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Journal of Cultural Economics

, Volume 43, Issue 2, pp 247–278 | Cite as

Star power and box office revenues: evidence from China

  • Fei Peng
  • Lili KangEmail author
  • Sajid Anwar
  • Xue Li
Original Article

Abstract

Using data over the 2009–2016 period, this paper examines the impact of star power on box office revenues in China. Unlike most existing studies, we measure star power as a continuous variable based on the number of registered fans of movie stars on the most popular microblogging website in China (Sina Weibo). We also examine the impact of star power on box office revenues through three important channels (industry recognition, internet media evaluation, and internet media buzz). Estimation of log-linear specifications shows that directors play an important role in the financial success of movies in China. The direct effect of star power on the financial success of movies is negative, and the same applies to the direct effect of internet media evaluation. The indirect quality effect of star power through industry recognition is positive but insignificant. The marginal effect of industry recognition becomes significantly positive only when the level of star power reaches the second quartile of its distribution. The indirect signal effect of star power through internet media evaluation is negative and statistically significant. However, the indirect signal effect through internet media buzz is positive and significant at all levels of star power and this effect dominates the negative direct effect of star power once it reaches a threshold level. Endogeneity-corrected estimation results confirm that the total effect of star power on box office revenues in China is positive and significant. The Chinese movie industry, which appears to be dominated by low-quality movies, can benefit from further reforms.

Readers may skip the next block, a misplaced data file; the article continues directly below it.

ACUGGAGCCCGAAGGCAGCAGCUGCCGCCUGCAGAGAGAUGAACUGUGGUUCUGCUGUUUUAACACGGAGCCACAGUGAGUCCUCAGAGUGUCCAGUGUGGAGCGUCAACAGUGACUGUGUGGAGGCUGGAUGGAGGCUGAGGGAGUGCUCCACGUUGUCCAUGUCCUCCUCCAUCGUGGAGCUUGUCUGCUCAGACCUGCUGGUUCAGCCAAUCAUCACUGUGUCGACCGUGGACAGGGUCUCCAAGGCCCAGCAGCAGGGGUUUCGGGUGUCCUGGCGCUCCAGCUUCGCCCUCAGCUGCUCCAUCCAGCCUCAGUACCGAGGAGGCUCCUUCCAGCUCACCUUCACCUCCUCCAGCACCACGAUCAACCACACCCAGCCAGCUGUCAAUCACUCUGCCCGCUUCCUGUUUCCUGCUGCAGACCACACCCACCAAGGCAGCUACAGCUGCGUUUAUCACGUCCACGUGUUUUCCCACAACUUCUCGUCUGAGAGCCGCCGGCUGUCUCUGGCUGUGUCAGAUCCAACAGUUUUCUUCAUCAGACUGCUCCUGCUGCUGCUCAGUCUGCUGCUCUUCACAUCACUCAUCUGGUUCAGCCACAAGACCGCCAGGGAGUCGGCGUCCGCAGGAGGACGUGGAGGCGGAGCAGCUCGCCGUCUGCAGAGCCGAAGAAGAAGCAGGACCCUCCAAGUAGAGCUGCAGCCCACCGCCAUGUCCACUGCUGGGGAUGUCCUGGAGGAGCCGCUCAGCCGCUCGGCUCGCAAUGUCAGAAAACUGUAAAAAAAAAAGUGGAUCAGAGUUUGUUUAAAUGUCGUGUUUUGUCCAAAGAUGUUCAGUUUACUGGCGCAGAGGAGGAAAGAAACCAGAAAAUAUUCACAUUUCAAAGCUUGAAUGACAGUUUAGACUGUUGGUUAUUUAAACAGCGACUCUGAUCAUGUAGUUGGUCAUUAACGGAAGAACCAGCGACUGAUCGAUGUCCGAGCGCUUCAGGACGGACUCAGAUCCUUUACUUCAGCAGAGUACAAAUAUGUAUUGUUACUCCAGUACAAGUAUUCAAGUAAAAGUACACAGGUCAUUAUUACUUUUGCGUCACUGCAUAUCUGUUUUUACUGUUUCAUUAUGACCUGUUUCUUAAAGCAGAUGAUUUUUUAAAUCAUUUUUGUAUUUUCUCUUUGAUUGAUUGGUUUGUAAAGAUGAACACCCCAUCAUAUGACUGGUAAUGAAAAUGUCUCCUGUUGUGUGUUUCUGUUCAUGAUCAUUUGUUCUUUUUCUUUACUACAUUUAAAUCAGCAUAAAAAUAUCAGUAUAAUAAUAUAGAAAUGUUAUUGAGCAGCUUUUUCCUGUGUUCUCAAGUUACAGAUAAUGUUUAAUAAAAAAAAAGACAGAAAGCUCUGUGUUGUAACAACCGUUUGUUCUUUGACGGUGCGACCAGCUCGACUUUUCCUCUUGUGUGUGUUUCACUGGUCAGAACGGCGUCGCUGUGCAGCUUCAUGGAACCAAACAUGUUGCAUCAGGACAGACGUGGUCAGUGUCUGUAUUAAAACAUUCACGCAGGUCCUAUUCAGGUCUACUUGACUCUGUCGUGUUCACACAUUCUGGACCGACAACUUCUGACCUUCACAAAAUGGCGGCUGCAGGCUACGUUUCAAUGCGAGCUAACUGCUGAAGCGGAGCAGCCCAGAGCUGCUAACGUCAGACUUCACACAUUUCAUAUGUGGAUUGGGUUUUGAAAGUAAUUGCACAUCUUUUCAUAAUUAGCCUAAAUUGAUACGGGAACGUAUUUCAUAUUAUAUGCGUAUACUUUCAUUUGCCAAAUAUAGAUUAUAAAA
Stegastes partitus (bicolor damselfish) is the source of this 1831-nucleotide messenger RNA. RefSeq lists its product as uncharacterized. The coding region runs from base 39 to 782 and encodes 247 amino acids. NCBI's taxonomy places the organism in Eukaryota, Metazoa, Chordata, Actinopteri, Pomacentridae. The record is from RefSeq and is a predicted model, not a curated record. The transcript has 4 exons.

Keywords

Star power in China Box office revenues Industry recognition Internet media evaluation Internet media buzz 

JEL Classification

C38 L82 L86 Z11 

Notes

Acknowledgements

The authors are grateful to two anonymous reviewers for very detailed and constructive comments and suggestions that led to a significant improvement in the quality of this paper. Fei Peng thanks the Shanghai Young Eastern Scholarship (Grant Number QD2015049) for financial support. Lili Kang thanks the financial aids from China National Social Science Fund (Grant Number 14BJL028) and Shanghai Shuguang Program (Grant Number 15SG53). The Chinese Movie Micro Dataset (CMMD) is used with the permission of the Shanghai Lixin University of Accounting and Finance (SLUAF). All remaining errors and omissions are our own responsibility.

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Copyright information

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Authors and Affiliations

  1. 1.School of International Economics and TradeShanghai Lixin University of Accounting and FinanceShanghaiChina
  2. 2.School of Business AdministrationShanghai Lixin University of Accounting and FinanceShanghaiChina
  3. 3.USC Business School, University of the Sunshine CoastSippy DownsAustralia

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